The world's first wooden satellite will launch this year

Woodsat will test how plywood performs in space.
Woodsat will test how plywood performs in space. (Image credit: Arctic Astronautics)

The world’s first "wooden satellite" is preparing to launch this year. 

WISA Woodsat, a nanosatellite that measures 4 by 4 by 4 inches (10 by 10 by 10 centimeters) and weighs about 2.2 lbs. (1 kilogram), uses a special type of coated plywood (called WISA) for its surface panels. The wooden satellite will launch as part of a mission, designed by Arctic Astronautics, a Finnish company manufacturing cubesat kits for students. The aim of the mission is to test the behavior and durability of these plywood panels in the extreme conditions of space and assess its suitability for future missions.

The satellite will be outfitted with two cameras, one of which will be attached to a metal selfie stick, allowing the mission team to observe how the satellite's plywood surface changes in the space environment. 

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"The base material for plywood is birch, and we're using basically just the same as you'd find in a hardware store or to make furniture," Woodsat chief engineer Samuli Nymanm, who is also the Arctic Astronautics co-founder, said in a statement. "The main difference is that ordinary plywood is too humid for space uses, so we place our wood in a thermal vacuum chamber to dry it out. Then we also perform atomic layer deposition, adding a very thin aluminum oxide layer."

So how can a satellite made with wood survive outer space? 

Aluminum oxide, a chemical compound typically used to encapsulate electronics, will help to prevent the wood from releasing any gas in the space environment, according to Nymanm. It will also protect the surface against the exposure to corrosive atomic oxygen, which can be found at the fringes of the Earth's atmosphere. This type of oxygen, created when strong UV radiation from the sun splits normal oxygen molecules, was first discovered after it damaged the thermal blankets of NASA's early Space Shuttle missions. 

This atomic oxygen will likely darken the plywood panels. The satellite, however, should survive in the extreme environment, the company said in the statement. 

In addition to the coating, engineers will also test various varnishes and lacquers on sections of the wood. 

Aside from the two cameras, the satellite will also carry a set of pressure sensors that will monitor pressure in onboard cavities especially in the spacecraft’s first days in orbit.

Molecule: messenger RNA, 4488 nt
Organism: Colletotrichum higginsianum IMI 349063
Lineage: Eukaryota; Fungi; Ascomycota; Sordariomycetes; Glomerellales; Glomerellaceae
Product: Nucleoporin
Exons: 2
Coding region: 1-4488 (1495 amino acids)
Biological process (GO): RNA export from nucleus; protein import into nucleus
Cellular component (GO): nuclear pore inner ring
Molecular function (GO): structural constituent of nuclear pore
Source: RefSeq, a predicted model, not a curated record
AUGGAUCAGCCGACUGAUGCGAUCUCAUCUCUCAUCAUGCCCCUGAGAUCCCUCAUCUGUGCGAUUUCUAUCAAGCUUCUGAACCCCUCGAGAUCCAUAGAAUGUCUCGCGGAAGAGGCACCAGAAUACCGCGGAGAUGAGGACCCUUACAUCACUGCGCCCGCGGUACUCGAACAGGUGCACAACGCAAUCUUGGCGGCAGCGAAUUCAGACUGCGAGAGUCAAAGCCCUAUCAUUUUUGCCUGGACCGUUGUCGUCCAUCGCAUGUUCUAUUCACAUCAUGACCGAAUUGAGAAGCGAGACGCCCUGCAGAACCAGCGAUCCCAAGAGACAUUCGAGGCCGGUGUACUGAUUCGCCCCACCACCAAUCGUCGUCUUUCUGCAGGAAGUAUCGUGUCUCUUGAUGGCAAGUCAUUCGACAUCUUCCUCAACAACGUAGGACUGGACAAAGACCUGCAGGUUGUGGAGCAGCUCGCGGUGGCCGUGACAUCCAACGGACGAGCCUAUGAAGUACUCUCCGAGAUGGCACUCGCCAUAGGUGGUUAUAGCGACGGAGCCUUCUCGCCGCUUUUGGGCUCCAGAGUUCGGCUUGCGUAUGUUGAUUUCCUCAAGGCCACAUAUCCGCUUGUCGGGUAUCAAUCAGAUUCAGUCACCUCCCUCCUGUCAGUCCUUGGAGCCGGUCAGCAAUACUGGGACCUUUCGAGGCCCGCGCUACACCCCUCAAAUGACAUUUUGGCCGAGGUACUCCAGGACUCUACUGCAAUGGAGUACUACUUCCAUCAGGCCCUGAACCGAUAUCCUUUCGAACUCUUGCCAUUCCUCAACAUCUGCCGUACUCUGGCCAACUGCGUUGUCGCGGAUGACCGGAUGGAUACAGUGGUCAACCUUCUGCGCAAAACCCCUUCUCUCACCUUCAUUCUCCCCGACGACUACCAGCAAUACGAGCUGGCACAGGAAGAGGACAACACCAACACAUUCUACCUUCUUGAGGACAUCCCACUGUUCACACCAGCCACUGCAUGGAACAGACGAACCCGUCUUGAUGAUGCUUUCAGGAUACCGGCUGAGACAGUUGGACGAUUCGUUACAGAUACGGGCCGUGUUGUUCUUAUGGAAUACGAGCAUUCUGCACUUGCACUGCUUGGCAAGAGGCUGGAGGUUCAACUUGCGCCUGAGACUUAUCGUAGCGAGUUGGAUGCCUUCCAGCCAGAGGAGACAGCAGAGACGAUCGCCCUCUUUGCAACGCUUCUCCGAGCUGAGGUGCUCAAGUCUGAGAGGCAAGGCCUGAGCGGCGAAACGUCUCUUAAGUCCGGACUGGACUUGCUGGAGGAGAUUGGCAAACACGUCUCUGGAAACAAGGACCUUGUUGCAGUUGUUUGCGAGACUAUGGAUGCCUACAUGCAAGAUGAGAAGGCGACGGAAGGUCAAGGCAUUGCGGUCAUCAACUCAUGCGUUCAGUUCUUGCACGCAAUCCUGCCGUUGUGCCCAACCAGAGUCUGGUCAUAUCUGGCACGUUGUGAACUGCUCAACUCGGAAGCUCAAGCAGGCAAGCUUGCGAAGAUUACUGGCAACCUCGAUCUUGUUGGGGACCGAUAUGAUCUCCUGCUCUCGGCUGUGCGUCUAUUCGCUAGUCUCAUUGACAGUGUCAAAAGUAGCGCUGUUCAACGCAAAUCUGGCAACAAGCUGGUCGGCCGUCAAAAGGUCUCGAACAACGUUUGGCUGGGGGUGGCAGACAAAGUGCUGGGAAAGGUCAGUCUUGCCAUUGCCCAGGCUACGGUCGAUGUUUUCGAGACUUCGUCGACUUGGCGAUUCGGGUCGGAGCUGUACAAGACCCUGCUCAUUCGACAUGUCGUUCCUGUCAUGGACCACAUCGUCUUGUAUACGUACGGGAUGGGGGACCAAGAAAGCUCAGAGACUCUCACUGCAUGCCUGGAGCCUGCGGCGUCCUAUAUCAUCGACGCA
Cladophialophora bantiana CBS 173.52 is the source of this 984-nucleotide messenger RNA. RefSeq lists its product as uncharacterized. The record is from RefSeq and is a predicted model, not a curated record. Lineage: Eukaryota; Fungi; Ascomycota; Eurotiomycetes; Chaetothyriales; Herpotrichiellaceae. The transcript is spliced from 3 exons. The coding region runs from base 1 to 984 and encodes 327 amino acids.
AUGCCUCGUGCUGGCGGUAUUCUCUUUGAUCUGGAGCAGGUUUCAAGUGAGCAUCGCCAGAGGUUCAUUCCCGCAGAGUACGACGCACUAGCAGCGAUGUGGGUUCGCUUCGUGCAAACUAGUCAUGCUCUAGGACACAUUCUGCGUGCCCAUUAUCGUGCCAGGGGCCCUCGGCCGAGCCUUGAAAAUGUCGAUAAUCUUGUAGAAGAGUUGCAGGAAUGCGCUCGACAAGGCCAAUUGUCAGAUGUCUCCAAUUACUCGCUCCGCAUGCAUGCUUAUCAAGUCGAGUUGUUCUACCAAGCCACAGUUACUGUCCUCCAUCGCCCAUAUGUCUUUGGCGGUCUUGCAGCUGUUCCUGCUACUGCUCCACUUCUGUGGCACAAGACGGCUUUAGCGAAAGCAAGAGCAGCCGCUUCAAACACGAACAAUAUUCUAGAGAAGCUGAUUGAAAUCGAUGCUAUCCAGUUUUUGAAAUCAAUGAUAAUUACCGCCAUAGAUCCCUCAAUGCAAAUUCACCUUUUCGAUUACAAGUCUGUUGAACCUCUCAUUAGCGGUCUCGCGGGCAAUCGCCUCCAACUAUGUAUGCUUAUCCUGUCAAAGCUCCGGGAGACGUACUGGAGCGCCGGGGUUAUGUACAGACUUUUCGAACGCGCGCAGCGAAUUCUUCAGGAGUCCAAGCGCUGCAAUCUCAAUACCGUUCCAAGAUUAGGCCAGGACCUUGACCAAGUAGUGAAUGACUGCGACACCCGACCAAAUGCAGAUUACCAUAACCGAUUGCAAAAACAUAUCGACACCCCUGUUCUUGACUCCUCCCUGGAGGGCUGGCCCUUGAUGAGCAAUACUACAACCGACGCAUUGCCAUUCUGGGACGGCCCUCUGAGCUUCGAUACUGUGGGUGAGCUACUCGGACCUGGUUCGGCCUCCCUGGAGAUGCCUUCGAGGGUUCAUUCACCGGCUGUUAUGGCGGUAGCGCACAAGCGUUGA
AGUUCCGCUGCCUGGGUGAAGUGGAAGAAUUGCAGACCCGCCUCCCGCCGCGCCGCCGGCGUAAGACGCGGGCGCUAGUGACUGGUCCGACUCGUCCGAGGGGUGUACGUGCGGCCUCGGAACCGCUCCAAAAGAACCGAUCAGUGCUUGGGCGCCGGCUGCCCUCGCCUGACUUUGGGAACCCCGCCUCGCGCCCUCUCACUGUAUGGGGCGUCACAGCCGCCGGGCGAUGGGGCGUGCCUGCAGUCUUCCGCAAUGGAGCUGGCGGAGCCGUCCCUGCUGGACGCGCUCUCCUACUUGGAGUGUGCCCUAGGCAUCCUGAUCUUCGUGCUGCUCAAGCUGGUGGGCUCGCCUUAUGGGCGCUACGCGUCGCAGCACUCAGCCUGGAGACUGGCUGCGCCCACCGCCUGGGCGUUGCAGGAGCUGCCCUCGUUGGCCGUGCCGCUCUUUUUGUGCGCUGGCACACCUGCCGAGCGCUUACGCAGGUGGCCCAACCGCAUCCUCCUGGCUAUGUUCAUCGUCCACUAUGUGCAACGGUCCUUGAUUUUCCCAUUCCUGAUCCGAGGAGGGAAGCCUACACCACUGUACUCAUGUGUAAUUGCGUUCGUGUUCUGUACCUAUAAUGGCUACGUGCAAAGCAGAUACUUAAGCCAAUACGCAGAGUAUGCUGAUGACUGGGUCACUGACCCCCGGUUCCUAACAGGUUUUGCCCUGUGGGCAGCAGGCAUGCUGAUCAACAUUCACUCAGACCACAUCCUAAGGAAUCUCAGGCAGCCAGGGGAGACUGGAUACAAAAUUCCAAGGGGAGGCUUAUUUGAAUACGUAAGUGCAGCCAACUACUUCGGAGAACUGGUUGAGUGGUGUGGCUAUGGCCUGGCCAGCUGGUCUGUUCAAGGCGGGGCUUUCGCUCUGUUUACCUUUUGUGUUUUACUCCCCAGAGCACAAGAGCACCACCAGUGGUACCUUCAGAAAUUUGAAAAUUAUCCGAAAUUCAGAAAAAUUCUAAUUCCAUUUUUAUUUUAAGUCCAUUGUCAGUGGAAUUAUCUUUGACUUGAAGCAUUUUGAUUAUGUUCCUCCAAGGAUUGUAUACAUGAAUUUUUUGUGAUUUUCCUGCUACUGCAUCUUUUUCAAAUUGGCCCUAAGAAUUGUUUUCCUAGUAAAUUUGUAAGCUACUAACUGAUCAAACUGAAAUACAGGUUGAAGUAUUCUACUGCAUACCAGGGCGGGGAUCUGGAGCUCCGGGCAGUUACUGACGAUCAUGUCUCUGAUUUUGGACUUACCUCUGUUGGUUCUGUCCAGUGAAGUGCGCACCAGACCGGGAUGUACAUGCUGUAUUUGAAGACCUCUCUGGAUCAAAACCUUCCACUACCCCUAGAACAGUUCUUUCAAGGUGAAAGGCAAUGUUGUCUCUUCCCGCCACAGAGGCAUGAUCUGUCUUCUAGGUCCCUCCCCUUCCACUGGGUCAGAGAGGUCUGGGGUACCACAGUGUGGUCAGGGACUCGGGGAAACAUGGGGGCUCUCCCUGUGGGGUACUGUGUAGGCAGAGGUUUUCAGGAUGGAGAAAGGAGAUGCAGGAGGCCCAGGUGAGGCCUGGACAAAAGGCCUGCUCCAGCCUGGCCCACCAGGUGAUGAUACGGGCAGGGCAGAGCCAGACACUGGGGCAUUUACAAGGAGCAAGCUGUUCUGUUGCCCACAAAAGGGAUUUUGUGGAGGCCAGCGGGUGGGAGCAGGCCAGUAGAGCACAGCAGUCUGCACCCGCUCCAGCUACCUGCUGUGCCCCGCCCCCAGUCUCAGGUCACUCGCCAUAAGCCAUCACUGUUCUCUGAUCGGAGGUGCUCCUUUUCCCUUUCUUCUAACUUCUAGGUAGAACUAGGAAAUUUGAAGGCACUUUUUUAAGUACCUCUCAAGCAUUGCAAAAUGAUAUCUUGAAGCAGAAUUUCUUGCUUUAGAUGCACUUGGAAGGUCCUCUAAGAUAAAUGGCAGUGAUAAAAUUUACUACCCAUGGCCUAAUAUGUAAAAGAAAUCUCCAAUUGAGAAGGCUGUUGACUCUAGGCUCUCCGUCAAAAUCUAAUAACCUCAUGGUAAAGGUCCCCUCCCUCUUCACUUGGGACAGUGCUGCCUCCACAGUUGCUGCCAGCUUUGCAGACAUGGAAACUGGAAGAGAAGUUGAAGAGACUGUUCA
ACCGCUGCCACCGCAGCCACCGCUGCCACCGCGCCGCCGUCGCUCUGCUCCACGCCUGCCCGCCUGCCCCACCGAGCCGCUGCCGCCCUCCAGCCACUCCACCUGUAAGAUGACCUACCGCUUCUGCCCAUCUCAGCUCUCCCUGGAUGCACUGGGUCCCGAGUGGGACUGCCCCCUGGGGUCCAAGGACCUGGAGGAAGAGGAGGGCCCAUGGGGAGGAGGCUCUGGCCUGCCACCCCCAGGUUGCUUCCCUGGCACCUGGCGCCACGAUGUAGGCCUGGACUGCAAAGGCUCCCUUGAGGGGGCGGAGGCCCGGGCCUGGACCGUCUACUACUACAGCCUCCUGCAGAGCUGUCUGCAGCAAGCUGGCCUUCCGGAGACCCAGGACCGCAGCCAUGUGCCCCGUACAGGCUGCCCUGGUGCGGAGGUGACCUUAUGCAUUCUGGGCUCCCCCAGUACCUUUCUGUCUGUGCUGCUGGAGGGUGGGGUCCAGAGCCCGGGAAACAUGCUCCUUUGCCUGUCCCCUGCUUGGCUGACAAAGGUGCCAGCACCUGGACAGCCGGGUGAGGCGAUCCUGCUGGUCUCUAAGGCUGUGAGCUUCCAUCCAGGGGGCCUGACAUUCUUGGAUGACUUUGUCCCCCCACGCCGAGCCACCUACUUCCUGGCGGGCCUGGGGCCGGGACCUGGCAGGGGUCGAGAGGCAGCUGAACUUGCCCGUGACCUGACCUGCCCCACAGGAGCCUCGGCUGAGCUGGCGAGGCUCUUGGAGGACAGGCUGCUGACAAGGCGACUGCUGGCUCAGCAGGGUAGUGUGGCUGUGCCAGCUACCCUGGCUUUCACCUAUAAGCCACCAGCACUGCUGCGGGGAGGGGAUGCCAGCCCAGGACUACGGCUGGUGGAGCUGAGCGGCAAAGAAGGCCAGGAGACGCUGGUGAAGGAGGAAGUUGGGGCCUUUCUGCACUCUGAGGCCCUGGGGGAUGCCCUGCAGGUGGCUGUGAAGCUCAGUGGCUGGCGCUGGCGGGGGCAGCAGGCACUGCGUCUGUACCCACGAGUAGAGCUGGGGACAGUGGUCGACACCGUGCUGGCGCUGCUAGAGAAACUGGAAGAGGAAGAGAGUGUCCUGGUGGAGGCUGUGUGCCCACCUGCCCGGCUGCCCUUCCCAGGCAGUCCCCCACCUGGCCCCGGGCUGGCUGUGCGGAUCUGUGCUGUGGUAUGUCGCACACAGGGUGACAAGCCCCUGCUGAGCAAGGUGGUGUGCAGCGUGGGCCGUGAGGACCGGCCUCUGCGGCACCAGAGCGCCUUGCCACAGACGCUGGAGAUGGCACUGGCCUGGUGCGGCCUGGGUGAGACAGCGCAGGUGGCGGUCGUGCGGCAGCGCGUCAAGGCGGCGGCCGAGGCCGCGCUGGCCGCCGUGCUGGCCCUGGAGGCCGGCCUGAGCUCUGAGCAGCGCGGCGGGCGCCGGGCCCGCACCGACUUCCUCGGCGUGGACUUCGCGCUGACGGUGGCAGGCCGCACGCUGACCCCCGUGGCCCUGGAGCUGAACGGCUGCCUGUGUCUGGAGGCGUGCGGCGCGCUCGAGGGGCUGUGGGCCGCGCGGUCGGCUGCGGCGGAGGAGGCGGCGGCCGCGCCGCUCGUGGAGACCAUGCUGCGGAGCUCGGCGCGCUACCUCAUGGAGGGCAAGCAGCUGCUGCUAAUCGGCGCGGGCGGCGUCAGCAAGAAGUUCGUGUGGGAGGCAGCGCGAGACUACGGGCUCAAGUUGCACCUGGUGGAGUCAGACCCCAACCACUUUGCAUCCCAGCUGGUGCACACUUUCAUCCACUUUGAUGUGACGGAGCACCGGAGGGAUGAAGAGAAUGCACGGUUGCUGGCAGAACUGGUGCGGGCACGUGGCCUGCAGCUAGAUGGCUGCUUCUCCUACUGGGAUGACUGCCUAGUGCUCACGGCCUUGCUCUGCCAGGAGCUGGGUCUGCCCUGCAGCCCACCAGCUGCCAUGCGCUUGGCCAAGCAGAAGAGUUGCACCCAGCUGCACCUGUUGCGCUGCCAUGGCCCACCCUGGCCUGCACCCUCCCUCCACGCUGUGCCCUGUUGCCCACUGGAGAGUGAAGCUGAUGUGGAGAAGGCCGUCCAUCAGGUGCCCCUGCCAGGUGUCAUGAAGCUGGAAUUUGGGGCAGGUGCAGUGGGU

The satellite will also run an experiment that will test the use of a novel 3D-printed electrically conductive plastic material, which could pave the way for possible future onboard 3D printing of power and data cables directly in space, the European Space Agency, which helps Arctic Astronautics test the satellite, said in a separate statement.

The satellite, which is powered by nine small solar cells, will be equipped with an amateur radio payload that will allow hobbyists to relay radio signals and images around the globe. 

Arctic Astronautics previously flew a wooden cubesat on a weather balloon, which, however, didn’t pass the karman line, the boundary between the atmosphere and space. The current Woodsat is a new generation of the technology. It will be launched into its  300 and 370 miles (500 and 600 kilometers) polar orbit on Rocket Lab's Electron rocket in November of this year.

UPM Plywood, which manufactures plywood, and technology design company Huld, are partners on the project. 

"We foresee a lot of possibilities in the future by using the knowhow developed in this mission," Matti Anttila, Space Business Development Director from Huld, said in the statement.

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Tereza Pultarova
Senior Writer

Tereza is a London-based science and technology journalist, aspiring fiction writer and amateur gymnast. Originally from Prague, the Czech Republic, she spent the first seven years of her career working as a reporter, script-writer and presenter for various TV programmes of the Czech Public Service Television. She later took a career break to pursue further education and added a Master's in Science from the International Space University, France, to her Bachelor's in Journalism and Master's in Cultural Anthropology from Prague's Charles University. She worked as a reporter at the Engineering and Technology magazine, freelanced for a range of publications including Live Science,, Professional Engineering, Via Satellite and Space News and served as a maternity cover science editor at the European Space Agency.